Walmart’s grocery strategy has a missing piece: voice shopping. It is turning to Google to fill the gap.
Amazon customers can shop groceries from Whole Foods by calling out orders in their homes to their Echo devices, but Walmart customers have lacked that option.
Walmart doesn’t make its own smart device like Amazon, so it’s tapping Google Assistant, Google’s AI-powered voice assistant, which is available on more than a billion devices. The two companies announced a partnership on April 2 that will allow Walmart shoppers to order groceries for pickup and home delivery through Google Assistant.
Starting later this month, voice shopping for pickup will be available at more than 2,100 Walmart stores and online delivery at more than 800 Walmart stores. Walmart customers’ purchase histories will be linked to Google Assistant, so the assistant will know which type of products customers prefer.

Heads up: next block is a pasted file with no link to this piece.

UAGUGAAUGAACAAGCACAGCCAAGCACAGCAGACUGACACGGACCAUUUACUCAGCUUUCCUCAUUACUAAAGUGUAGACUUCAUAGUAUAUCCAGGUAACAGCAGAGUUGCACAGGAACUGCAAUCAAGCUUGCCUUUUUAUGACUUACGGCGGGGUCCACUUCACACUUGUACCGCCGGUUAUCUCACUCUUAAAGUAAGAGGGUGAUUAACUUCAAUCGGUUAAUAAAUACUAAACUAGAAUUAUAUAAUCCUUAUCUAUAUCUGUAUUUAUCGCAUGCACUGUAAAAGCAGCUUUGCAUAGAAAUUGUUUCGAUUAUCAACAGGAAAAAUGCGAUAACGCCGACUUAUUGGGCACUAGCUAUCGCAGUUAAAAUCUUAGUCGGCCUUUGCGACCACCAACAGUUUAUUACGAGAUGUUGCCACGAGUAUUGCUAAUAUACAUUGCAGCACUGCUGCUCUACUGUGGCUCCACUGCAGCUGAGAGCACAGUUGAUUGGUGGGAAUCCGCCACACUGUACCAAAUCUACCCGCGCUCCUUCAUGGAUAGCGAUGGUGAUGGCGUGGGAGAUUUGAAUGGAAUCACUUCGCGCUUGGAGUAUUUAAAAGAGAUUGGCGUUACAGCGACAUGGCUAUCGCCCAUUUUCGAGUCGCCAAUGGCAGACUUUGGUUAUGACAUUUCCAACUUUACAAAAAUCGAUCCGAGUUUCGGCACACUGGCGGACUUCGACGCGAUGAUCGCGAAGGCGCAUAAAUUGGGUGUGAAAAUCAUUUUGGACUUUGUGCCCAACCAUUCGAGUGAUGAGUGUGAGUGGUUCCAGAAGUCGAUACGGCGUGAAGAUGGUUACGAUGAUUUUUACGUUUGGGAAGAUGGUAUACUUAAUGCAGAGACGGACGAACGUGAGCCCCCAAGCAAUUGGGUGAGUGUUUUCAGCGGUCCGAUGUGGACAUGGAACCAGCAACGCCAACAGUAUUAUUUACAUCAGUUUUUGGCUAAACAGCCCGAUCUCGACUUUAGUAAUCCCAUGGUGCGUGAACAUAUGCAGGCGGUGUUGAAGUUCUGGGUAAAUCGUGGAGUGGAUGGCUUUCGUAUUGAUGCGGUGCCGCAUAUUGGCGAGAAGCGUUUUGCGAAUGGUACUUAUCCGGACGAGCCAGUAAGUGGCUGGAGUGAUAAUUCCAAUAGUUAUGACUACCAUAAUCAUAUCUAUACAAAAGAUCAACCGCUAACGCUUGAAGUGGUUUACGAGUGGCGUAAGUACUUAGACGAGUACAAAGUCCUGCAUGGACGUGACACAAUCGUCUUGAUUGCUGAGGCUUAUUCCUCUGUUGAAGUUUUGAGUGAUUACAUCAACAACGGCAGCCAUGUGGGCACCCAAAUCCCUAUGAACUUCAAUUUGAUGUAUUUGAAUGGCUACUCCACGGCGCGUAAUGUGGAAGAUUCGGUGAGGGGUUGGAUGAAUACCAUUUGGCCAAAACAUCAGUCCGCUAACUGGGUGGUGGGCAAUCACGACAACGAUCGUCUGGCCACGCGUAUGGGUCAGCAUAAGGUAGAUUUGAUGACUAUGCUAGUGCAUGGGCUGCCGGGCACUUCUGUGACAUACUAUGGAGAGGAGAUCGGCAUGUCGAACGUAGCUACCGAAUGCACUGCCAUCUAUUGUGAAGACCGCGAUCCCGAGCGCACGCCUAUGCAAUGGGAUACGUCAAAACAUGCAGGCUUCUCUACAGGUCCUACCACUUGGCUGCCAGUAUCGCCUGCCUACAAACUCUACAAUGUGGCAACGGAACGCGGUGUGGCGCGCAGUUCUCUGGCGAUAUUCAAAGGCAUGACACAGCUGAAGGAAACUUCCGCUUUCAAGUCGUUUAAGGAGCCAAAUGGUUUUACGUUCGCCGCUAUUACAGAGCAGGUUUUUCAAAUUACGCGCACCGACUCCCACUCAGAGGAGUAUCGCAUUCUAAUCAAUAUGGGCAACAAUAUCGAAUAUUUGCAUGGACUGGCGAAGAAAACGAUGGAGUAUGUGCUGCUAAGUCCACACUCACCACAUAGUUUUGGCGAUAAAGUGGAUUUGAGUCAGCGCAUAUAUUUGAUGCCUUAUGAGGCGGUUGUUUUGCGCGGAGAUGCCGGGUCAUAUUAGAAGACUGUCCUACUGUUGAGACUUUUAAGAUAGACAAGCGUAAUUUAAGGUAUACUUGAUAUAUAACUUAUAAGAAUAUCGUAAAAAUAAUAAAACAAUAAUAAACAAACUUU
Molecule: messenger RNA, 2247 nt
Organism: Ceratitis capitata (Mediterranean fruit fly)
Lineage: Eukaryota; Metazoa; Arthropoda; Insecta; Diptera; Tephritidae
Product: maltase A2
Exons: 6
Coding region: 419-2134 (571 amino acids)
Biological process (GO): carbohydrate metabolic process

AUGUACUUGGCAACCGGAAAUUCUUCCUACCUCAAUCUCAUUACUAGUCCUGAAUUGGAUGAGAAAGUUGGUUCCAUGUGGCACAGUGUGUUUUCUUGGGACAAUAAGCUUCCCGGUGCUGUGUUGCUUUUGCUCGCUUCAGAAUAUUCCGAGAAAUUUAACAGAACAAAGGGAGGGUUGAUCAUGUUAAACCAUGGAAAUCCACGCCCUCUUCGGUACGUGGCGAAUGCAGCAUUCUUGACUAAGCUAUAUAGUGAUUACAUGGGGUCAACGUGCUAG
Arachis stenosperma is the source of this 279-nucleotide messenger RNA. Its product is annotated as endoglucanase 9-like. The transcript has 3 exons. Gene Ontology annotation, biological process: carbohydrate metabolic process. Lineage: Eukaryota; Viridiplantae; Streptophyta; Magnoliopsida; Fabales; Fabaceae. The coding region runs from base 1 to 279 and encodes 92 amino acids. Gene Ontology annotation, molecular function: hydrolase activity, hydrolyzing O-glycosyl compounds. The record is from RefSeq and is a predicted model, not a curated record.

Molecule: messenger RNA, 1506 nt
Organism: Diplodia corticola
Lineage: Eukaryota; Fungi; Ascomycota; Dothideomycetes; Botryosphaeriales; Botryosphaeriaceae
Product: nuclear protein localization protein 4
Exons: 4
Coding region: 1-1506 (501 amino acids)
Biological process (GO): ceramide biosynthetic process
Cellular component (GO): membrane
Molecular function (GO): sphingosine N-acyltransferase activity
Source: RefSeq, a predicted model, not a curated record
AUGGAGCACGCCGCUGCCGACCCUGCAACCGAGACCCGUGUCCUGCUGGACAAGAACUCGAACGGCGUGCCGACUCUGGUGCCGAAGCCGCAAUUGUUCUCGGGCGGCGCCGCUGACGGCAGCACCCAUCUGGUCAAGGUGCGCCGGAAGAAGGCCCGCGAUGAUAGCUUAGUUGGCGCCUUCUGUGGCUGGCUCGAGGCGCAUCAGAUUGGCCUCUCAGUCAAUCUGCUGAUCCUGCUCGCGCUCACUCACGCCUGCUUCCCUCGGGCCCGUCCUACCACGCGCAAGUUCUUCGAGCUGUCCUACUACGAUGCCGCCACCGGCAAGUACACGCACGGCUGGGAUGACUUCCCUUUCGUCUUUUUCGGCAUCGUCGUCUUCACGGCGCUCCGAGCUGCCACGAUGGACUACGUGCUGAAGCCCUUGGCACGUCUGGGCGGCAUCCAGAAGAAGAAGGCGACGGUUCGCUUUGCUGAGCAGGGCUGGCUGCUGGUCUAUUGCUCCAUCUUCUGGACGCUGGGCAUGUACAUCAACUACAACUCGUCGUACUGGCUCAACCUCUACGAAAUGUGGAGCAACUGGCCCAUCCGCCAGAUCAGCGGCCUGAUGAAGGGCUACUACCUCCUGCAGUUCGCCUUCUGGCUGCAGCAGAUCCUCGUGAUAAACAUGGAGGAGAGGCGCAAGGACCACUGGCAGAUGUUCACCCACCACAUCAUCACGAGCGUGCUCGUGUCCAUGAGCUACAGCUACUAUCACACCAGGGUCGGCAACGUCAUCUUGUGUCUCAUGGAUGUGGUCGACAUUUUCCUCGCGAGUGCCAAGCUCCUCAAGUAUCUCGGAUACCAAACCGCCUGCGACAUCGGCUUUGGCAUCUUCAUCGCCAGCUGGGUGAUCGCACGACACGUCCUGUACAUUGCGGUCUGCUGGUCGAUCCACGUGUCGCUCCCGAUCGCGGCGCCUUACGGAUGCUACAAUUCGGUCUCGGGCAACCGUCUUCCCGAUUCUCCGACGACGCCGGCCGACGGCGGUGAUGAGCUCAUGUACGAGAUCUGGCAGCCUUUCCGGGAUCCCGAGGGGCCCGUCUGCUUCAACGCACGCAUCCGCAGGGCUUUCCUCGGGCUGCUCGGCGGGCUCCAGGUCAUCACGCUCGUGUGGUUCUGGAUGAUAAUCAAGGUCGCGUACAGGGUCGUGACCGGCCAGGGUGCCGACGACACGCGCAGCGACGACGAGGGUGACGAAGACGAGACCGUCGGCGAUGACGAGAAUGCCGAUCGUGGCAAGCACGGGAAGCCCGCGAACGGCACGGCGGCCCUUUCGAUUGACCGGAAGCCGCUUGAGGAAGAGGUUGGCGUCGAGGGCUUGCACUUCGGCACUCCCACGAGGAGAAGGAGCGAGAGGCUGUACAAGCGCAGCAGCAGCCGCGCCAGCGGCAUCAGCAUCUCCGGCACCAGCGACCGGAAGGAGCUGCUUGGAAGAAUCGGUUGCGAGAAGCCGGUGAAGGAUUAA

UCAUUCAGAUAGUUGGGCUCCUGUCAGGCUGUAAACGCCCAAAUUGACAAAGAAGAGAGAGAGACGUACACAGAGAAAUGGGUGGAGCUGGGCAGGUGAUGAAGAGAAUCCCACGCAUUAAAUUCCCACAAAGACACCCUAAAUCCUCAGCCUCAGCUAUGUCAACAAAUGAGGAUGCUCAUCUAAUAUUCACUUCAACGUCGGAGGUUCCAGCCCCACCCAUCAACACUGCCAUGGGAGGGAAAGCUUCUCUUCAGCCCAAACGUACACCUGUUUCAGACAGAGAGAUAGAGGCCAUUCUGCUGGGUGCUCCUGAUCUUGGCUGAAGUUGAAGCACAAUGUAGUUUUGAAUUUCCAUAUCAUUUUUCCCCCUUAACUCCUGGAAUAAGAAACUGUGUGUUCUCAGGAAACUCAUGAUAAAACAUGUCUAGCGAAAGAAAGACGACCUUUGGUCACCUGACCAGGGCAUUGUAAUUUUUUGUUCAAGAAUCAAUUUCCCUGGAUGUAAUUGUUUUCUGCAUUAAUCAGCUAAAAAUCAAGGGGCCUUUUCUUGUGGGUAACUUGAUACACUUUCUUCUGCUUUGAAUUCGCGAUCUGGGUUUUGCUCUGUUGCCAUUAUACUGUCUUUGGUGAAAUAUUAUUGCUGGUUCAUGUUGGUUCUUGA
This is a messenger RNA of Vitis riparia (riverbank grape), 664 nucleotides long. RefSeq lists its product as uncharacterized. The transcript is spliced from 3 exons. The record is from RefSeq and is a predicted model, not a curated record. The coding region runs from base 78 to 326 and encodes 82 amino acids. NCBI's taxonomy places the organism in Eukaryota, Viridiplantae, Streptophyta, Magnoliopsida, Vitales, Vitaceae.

The tie-up with Google gives Walmart a better chance to win over customers who buy groceries through voice assistants. Although voice shopping makes up a tiny fraction of retail spending today, analysts expect it to become more popular in the coming years. And Walmart does not want to get left behind.
“We continue to innovate for the future and look to technology,” said Tom Ward, senior vice president of digital operations at Walmart US.
Walmart also plans to expand voice shopping to other platforms beyond Google in the future.
But Walmart will still trail Amazon in the voice shopping race. Amazon’s Echo accounts for more than 60 percent of smart speaker sales, according to a study last year by market research firm eMarketer.
It’s Walmart’s latest move to protect groceries, its biggest weapon in its fight against Amazon.
Groceries make up more than half of Walmart’s annual sales and push customers to make frequent trips to stores. Over the past few years, Walmart has invested billions of dollars to offer shoppers the option to order groceries online and pick them up from stores, or have them delivered to their home.
Those efforts have been widely successful: Around 13 percent of Walmart shoppers already use curbside pickup, according to estimates from Cowen.
Written by Nathaniel Meyersohn for CNN.
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